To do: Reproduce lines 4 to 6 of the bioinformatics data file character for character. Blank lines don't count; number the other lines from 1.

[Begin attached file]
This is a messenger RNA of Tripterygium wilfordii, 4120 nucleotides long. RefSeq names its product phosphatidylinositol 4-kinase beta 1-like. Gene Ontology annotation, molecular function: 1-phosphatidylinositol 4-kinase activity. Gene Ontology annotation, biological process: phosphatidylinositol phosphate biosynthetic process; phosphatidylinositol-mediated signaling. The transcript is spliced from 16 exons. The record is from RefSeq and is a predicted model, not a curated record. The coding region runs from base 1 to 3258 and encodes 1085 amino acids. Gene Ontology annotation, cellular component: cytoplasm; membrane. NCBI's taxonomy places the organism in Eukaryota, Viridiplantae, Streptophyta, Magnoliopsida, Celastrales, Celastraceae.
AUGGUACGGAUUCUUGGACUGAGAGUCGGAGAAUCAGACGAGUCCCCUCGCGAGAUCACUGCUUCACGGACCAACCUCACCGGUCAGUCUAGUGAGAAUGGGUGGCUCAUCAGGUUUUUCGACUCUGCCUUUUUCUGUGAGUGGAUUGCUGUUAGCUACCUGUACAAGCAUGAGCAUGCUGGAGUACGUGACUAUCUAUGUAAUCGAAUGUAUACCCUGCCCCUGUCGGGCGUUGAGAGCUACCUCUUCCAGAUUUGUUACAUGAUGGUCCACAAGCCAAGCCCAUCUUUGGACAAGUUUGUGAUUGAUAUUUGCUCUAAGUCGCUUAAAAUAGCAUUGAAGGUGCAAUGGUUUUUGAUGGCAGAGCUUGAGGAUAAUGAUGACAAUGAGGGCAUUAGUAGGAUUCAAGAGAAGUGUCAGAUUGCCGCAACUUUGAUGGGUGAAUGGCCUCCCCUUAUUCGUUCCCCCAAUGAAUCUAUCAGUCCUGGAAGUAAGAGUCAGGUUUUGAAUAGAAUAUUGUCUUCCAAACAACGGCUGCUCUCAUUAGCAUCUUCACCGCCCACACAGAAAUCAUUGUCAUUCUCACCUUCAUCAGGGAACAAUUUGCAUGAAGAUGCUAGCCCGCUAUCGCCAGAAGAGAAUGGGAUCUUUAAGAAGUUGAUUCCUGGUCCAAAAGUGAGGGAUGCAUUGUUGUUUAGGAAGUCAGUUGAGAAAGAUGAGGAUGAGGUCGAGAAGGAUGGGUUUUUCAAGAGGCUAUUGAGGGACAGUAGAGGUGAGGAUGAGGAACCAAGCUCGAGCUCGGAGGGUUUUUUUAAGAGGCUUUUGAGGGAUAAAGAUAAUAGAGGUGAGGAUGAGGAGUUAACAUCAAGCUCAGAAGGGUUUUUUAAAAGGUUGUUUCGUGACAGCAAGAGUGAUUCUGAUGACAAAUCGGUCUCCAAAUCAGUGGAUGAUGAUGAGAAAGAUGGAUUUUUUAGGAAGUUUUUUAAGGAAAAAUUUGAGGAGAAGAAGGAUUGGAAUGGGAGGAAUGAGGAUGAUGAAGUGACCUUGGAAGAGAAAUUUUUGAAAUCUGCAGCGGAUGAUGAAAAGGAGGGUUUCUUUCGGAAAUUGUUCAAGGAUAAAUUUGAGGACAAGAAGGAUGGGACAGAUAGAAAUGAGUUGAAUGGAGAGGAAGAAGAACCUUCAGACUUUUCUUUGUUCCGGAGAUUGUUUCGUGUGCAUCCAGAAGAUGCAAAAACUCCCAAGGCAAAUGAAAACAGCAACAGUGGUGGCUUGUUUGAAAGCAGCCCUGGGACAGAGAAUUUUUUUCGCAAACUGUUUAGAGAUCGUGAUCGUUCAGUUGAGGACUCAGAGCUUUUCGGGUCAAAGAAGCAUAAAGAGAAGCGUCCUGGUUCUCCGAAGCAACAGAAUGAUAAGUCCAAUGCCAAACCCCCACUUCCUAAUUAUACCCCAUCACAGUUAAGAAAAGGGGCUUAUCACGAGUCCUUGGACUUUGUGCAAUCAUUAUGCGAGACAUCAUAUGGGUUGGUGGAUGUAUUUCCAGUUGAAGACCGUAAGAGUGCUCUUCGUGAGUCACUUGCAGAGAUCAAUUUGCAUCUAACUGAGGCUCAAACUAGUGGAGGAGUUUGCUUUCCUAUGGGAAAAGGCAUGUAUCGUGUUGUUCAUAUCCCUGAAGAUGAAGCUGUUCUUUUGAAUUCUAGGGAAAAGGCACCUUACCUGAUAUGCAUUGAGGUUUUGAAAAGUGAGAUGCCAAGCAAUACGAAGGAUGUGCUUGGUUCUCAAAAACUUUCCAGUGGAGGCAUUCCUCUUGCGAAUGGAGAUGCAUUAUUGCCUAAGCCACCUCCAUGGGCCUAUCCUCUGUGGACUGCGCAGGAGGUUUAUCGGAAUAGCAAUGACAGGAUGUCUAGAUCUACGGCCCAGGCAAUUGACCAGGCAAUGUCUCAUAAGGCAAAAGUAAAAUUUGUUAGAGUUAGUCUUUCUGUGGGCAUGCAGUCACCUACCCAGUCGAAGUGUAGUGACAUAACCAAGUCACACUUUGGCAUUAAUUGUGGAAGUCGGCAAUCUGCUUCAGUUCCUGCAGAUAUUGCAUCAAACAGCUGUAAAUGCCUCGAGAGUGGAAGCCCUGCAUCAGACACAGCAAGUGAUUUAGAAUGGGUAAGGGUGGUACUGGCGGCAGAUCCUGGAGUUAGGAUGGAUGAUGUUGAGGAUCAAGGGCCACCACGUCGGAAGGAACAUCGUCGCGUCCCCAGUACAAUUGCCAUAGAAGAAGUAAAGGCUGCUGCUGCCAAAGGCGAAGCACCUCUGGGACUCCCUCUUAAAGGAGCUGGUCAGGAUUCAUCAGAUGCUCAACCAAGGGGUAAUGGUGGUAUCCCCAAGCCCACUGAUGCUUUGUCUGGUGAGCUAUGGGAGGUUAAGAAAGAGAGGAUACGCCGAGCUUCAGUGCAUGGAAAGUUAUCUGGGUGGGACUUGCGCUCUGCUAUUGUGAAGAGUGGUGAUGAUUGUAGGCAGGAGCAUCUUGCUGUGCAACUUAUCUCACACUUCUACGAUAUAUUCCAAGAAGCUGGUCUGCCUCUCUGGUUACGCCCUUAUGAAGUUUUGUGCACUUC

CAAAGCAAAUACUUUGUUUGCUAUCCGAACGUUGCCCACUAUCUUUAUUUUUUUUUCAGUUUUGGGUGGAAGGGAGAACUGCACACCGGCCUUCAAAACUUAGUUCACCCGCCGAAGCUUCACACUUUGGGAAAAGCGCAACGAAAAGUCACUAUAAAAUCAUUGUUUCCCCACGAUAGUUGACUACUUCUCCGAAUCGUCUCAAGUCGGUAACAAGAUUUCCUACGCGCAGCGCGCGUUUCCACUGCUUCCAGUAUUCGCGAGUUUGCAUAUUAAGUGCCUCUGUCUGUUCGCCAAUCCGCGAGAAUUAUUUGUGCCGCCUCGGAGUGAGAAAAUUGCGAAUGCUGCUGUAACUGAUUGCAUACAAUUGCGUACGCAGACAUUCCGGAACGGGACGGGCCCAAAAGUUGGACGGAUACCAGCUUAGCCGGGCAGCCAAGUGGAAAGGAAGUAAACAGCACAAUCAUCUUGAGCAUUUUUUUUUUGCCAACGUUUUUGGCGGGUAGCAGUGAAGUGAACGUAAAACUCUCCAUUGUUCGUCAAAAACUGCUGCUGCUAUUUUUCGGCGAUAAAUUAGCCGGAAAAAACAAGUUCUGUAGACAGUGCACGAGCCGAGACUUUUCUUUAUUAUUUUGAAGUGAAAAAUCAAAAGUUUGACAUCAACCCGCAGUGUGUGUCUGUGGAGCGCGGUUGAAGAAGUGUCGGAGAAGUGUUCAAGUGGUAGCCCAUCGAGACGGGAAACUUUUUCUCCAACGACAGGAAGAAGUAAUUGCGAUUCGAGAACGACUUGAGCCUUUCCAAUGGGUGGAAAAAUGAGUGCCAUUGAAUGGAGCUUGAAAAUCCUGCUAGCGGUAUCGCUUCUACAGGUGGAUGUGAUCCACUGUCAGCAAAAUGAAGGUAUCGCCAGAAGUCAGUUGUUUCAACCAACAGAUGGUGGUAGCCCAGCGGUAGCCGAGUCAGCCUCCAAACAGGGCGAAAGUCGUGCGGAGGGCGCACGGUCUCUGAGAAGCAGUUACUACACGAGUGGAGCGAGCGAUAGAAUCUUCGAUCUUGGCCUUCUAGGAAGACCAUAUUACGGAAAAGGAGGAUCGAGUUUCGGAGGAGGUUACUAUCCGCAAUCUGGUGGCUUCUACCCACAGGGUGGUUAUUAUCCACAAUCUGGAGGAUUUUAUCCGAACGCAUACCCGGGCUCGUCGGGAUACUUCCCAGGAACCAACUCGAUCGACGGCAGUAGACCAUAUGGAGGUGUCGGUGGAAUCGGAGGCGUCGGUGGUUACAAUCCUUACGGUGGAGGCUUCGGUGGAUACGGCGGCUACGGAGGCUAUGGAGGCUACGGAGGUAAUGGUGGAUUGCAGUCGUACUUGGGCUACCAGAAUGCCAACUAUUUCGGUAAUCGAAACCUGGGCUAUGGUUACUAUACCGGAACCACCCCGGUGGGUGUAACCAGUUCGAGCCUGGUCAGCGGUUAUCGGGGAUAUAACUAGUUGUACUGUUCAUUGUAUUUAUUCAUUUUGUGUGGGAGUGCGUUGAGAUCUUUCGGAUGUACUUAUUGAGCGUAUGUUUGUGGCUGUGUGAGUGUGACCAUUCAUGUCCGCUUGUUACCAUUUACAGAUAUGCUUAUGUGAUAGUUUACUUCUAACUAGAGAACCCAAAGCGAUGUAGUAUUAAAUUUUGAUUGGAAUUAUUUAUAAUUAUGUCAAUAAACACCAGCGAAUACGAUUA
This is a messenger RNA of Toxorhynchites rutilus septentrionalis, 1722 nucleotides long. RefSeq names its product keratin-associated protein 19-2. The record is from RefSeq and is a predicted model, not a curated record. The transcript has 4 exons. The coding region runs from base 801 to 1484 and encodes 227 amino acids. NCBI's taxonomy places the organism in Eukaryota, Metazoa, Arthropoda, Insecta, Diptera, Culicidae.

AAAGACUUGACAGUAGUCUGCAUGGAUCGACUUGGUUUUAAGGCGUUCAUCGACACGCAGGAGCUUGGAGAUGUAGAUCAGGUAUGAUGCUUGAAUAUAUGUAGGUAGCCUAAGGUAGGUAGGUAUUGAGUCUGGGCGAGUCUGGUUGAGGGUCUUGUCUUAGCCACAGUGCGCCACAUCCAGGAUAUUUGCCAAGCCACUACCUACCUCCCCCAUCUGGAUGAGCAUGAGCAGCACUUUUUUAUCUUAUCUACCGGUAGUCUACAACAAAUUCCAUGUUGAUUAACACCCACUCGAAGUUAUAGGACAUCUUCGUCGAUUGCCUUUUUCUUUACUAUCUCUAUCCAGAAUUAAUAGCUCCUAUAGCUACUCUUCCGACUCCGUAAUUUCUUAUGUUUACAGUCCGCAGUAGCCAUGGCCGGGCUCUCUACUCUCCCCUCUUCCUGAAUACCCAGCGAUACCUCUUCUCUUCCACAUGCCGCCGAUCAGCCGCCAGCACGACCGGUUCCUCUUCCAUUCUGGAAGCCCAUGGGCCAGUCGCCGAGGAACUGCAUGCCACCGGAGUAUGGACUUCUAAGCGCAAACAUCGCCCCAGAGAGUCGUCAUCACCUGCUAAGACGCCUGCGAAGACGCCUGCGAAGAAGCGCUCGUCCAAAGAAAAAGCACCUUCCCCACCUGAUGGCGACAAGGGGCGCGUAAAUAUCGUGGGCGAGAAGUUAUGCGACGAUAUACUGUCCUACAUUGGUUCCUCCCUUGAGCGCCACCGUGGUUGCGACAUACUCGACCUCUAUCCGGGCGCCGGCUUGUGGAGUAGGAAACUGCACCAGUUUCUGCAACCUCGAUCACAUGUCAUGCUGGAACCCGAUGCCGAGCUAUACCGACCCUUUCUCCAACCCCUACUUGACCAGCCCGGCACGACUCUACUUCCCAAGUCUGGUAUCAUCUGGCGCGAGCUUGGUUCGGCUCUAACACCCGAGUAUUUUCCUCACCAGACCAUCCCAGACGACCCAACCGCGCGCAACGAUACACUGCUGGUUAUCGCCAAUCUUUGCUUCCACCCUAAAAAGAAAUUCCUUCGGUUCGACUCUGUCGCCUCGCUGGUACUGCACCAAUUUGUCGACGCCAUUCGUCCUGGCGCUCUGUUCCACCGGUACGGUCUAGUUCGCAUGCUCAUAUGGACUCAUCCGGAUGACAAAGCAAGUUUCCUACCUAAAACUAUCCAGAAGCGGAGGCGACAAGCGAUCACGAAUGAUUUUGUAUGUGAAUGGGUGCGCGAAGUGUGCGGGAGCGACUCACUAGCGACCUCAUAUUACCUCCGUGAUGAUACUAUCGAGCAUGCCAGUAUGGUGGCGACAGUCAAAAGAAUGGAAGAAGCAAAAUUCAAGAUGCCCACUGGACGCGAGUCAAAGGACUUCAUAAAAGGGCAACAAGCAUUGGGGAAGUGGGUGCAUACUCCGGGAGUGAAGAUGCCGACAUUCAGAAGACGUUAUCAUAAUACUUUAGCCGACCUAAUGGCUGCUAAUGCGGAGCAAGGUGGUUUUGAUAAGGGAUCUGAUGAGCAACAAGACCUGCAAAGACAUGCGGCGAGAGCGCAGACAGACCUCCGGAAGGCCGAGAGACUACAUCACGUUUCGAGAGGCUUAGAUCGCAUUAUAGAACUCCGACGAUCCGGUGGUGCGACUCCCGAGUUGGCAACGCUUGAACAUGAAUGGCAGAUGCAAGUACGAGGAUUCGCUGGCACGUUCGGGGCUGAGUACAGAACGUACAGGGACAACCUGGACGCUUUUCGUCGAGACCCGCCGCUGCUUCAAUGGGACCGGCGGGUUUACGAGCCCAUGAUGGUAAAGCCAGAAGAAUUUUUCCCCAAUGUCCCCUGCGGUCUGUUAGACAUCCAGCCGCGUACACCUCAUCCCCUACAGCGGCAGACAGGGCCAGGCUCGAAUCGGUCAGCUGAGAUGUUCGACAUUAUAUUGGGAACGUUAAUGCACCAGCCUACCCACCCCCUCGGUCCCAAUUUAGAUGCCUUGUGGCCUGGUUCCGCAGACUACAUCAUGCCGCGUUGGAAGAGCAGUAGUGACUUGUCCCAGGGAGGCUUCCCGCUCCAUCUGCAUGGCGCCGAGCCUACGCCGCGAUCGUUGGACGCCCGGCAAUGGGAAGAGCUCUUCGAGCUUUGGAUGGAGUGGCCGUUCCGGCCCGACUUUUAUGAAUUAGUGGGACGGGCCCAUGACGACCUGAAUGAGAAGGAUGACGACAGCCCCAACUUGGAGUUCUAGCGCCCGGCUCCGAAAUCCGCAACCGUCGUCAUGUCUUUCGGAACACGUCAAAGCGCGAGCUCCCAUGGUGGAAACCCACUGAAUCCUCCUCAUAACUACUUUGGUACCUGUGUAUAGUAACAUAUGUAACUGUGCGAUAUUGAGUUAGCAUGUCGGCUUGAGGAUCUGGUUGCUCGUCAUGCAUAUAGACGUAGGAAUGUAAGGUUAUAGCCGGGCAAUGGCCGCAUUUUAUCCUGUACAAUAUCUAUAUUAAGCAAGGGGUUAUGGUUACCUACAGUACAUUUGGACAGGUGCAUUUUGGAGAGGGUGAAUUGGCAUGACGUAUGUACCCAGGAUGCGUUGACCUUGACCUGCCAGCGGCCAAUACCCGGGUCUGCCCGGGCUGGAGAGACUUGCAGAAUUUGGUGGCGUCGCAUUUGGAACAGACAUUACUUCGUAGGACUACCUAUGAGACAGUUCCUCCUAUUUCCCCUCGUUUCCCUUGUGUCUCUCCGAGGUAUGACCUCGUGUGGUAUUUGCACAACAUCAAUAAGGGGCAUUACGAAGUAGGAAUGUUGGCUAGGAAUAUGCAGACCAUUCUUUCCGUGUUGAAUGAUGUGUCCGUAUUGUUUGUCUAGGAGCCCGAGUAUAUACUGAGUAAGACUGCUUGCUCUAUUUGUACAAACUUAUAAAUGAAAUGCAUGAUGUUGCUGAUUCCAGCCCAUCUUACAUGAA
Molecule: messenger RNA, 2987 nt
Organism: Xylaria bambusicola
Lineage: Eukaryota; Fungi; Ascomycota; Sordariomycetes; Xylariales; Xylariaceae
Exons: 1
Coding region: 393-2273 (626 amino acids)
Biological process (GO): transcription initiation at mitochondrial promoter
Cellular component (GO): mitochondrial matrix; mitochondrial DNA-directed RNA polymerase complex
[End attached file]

This is a messenger RNA of Toxorhynchites rutilus septentrionalis, 1722 nucleotides long. RefSeq names its product keratin-associated protein 19-2. The record is from RefSeq and is a predicted model, not a curated record. The transcript has 4 exons. The coding region runs from base 801 to 1484 and encodes 227 amino acids. NCBI's taxonomy places the organism in Eukaryota, Metazoa, Arthropoda, Insecta, Diptera, Culicidae.

AAAGACUUGACAGUAGUCUGCAUGGAUCGACUUGGUUUUAAGGCGUUCAUCGACACGCAGGAGCUUGGAGAUGUAGAUCAGGUAUGAUGCUUGAAUAUAUGUAGGUAGCCUAAGGUAGGUAGGUAUUGAGUCUGGGCGAGUCUGGUUGAGGGUCUUGUCUUAGCCACAGUGCGCCACAUCCAGGAUAUUUGCCAAGCCACUACCUACCUCCCCCAUCUGGAUGAGCAUGAGCAGCACUUUUUUAUCUUAUCUACCGGUAGUCUACAACAAAUUCCAUGUUGAUUAACACCCACUCGAAGUUAUAGGACAUCUUCGUCGAUUGCCUUUUUCUUUACUAUCUCUAUCCAGAAUUAAUAGCUCCUAUAGCUACUCUUCCGACUCCGUAAUUUCUUAUGUUUACAGUCCGCAGUAGCCAUGGCCGGGCUCUCUACUCUCCCCUCUUCCUGAAUACCCAGCGAUACCUCUUCUCUUCCACAUGCCGCCGAUCAGCCGCCAGCACGACCGGUUCCUCUUCCAUUCUGGAAGCCCAUGGGCCAGUCGCCGAGGAACUGCAUGCCACCGGAGUAUGGACUUCUAAGCGCAAACAUCGCCCCAGAGAGUCGUCAUCACCUGCUAAGACGCCUGCGAAGACGCCUGCGAAGAAGCGCUCGUCCAAAGAAAAAGCACCUUCCCCACCUGAUGGCGACAAGGGGCGCGUAAAUAUCGUGGGCGAGAAGUUAUGCGACGAUAUACUGUCCUACAUUGGUUCCUCCCUUGAGCGCCACCGUGGUUGCGACAUACUCGACCUCUAUCCGGGCGCCGGCUUGUGGAGUAGGAAACUGCACCAGUUUCUGCAACCUCGAUCACAUGUCAUGCUGGAACCCGAUGCCGAGCUAUACCGACCCUUUCUCCAACCCCUACUUGACCAGCCCGGCACGACUCUACUUCCCAAGUCUGGUAUCAUCUGGCGCGAGCUUGGUUCGGCUCUAACACCCGAGUAUUUUCCUCACCAGACCAUCCCAGACGACCCAACCGCGCGCAACGAUACACUGCUGGUUAUCGCCAAUCUUUGCUUCCACCCUAAAAAGAAAUUCCUUCGGUUCGACUCUGUCGCCUCGCUGGUACUGCACCAAUUUGUCGACGCCAUUCGUCCUGGCGCUCUGUUCCACCGGUACGGUCUAGUUCGCAUGCUCAUAUGGACUCAUCCGGAUGACAAAGCAAGUUUCCUACCUAAAACUAUCCAGAAGCGGAGGCGACAAGCGAUCACGAAUGAUUUUGUAUGUGAAUGGGUGCGCGAAGUGUGCGGGAGCGACUCACUAGCGACCUCAUAUUACCUCCGUGAUGAUACUAUCGAGCAUGCCAGUAUGGUGGCGACAGUCAAAAGAAUGGAAGAAGCAAAAUUCAAGAUGCCCACUGGACGCGAGUCAAAGGACUUCAUAAAAGGGCAACAAGCAUUGGGGAAGUGGGUGCAUACUCCGGGAGUGAAGAUGCCGACAUUCAGAAGACGUUAUCAUAAUACUUUAGCCGACCUAAUGGCUGCUAAUGCGGAGCAAGGUGGUUUUGAUAAGGGAUCUGAUGAGCAACAAGACCUGCAAAGACAUGCGGCGAGAGCGCAGACAGACCUCCGGAAGGCCGAGAGACUACAUCACGUUUCGAGAGGCUUAGAUCGCAUUAUAGAACUCCGACGAUCCGGUGGUGCGACUCCCGAGUUGGCAACGCUUGAACAUGAAUGGCAGAUGCAAGUACGAGGAUUCGCUGGCACGUUCGGGGCUGAGUACAGAACGUACAGGGACAACCUGGACGCUUUUCGUCGAGACCCGCCGCUGCUUCAAUGGGACCGGCGGGUUUACGAGCCCAUGAUGGUAAAGCCAGAAGAAUUUUUCCCCAAUGUCCCCUGCGGUCUGUUAGACAUCCAGCCGCGUACACCUCAUCCCCUACAGCGGCAGACAGGGCCAGGCUCGAAUCGGUCAGCUGAGAUGUUCGACAUUAUAUUGGGAACGUUAAUGCACCAGCCUACCCACCCCCUCGGUCCCAAUUUAGAUGCCUUGUGGCCUGGUUCCGCAGACUACAUCAUGCCGCGUUGGAAGAGCAGUAGUGACUUGUCCCAGGGAGGCUUCCCGCUCCAUCUGCAUGGCGCCGAGCCUACGCCGCGAUCGUUGGACGCCCGGCAAUGGGAAGAGCUCUUCGAGCUUUGGAUGGAGUGGCCGUUCCGGCCCGACUUUUAUGAAUUAGUGGGACGGGCCCAUGACGACCUGAAUGAGAAGGAUGACGACAGCCCCAACUUGGAGUUCUAGCGCCCGGCUCCGAAAUCCGCAACCGUCGUCAUGUCUUUCGGAACACGUCAAAGCGCGAGCUCCCAUGGUGGAAACCCACUGAAUCCUCCUCAUAACUACUUUGGUACCUGUGUAUAGUAACAUAUGUAACUGUGCGAUAUUGAGUUAGCAUGUCGGCUUGAGGAUCUGGUUGCUCGUCAUGCAUAUAGACGUAGGAAUGUAAGGUUAUAGCCGGGCAAUGGCCGCAUUUUAUCCUGUACAAUAUCUAUAUUAAGCAAGGGGUUAUGGUUACCUACAGUACAUUUGGACAGGUGCAUUUUGGAGAGGGUGAAUUGGCAUGACGUAUGUACCCAGGAUGCGUUGACCUUGACCUGCCAGCGGCCAAUACCCGGGUCUGCCCGGGCUGGAGAGACUUGCAGAAUUUGGUGGCGUCGCAUUUGGAACAGACAUUACUUCGUAGGACUACCUAUGAGACAGUUCCUCCUAUUUCCCCUCGUUUCCCUUGUGUCUCUCCGAGGUAUGACCUCGUGUGGUAUUUGCACAACAUCAAUAAGGGGCAUUACGAAGUAGGAAUGUUGGCUAGGAAUAUGCAGACCAUUCUUUCCGUGUUGAAUGAUGUGUCCGUAUUGUUUGUCUAGGAGCCCGAGUAUAUACUGAGUAAGACUGCUUGCUCUAUUUGUACAAACUUAUAAAUGAAAUGCAUGAUGUUGCUGAUUCCAGCCCAUCUUACAUGAA
Molecule: messenger RNA, 2987 nt